I think both forms of storytelling are powerful because they refer to archetypes of a shared human experience. We can all relate to these stories because of their universality. However, they are dramatically different from each other in how they convey these ideas. In myths all our hopes and fears are personified as deities, and in fairytales they are disguised within the storytelling, and the meaning can only be gleaned through interpretation. I love the idea that the true meaning of a story is like a riddle, or it’s what remains after you’ve stripped away all the incidental details of character and plot. Plot by itself is too mechanical and cold, and a beautiful image by itself can feel superficial or indulgent, but when you use plot as a vehicle to add meaning to the beauty, then it can resonate in a very powerful way.
Your latest short Feral is currently touring film festivals around the world – what can we expect from the film and how does it differ from your earlier work?
Feral is the most straight-forward narrative that I’ve attempted. This was intentional as I felt that I needed to learn how to tell a story properly in order to convey the notions that gave genesis to the film. The idea of a feral child is fascinating since it speaks to who we are as human beings, stripped of language, education, or social skills. Childhood in general, can be thought of as this primordial existence in which the worst and best qualities of humanity play out, so it’s like a reflection of how we see ourselves. We can be both angelic and demonic at the same time. The only way I could think to bring some of these ideas to the surface was by using a narrative. It was very challenging since I don’t consider myself a natural story-teller. I had to work very hard to achieve a good sense of pacing and character development that didn’t feel forced or obvious. In the end I think I was pretty succesful and I’m happy with how it turned out. But I might want to go back to something less linear for my next project.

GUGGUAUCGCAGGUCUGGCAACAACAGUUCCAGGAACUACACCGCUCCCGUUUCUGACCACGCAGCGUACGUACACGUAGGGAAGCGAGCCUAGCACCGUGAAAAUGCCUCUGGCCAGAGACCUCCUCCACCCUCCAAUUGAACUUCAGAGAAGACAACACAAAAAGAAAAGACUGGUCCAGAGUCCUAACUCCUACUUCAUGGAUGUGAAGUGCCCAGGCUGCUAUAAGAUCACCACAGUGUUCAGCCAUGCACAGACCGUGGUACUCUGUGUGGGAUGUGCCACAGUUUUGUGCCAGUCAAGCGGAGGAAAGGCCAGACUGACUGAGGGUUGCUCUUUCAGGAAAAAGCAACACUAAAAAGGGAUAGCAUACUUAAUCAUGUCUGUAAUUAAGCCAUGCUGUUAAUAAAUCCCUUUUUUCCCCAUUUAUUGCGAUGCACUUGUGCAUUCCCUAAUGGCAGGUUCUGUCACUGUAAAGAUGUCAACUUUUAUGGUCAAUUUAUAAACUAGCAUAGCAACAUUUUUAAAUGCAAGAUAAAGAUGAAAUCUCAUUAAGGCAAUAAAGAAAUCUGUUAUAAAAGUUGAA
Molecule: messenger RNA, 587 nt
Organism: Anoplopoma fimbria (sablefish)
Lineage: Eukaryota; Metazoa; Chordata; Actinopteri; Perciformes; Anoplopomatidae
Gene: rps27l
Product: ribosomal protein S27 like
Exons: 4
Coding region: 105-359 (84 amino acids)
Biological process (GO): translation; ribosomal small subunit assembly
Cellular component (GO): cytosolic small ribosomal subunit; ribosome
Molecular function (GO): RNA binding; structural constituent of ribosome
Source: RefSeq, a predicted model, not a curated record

For Feral, I used a combination of hand-drawn Flash animation, pencil drawings, painted textures, and digital compositing. I think all techniques are fascinating when used well, and when they are right for the subject matter. I am not a formalist or a purist. Instead, I let the content dictate the form, whichever that might be. And sometimes the form can be the content, but the two should not be at odds with each-other. I haven’t done a lot of CGI, and I would love to try it, but I haven’t found the right film for it yet. Maybe soon…
Looking through the explanations of the techniques used in your work, you often combine digital and traditional animation techniques to create the distinct look of your films, what is it about the combination of techniques that appeals to you so much?
It’s not so much the combination of techniques that is appealing. The reality is that necessity is the mother of invention, so if a particular “straight up” technique does not offer the right solution to convey what I’m trying to say, then I’ll keep playing with it until it does. So that means that a 2D character may need to live in a stop-motion set, or that a digitally generated environment is more resonant if each frame is traced and re-painted in acrylics.
DISTRIBUTION & FUTURE PROJECTS
The goal is to reach as wide an audience as possible, but I also want to temporarily immerse the audience into my universe so that they can experience the film in the way that I intended. The pacing, the soundscape, the colors, the texture, and even the scale of the screen, are extremely important factors. So ideally the film needs to be shown in a dark room at a large scale and without interruptions. The internet can certainly reach the widest audience, but it is a watered-down experience. Festivals are great in that they deliver a theatrical experience, but then they reach a very limited audience, and because of the nature of short films, they need to be programmed with other films, and that can cause fatigue. So neither medium is ideal.
So far I have gone the festival route for the first couple of years of a film’s life, and then if it doesn’t get distributed I’ll put it online so that it can at least still have some visibility.
So what’s next in the pipeline?
Right now I’m developing some new ideas but mostly I’m trying to recover financially by taking on some commissioned work before jumping into a new independent project.
Finally, if you had one piece of advice for upcoming animators – what would it be?
If you stay honest to yourself and others, you can’t go wrong. Follow your own path, so don’t listen to anything I just said.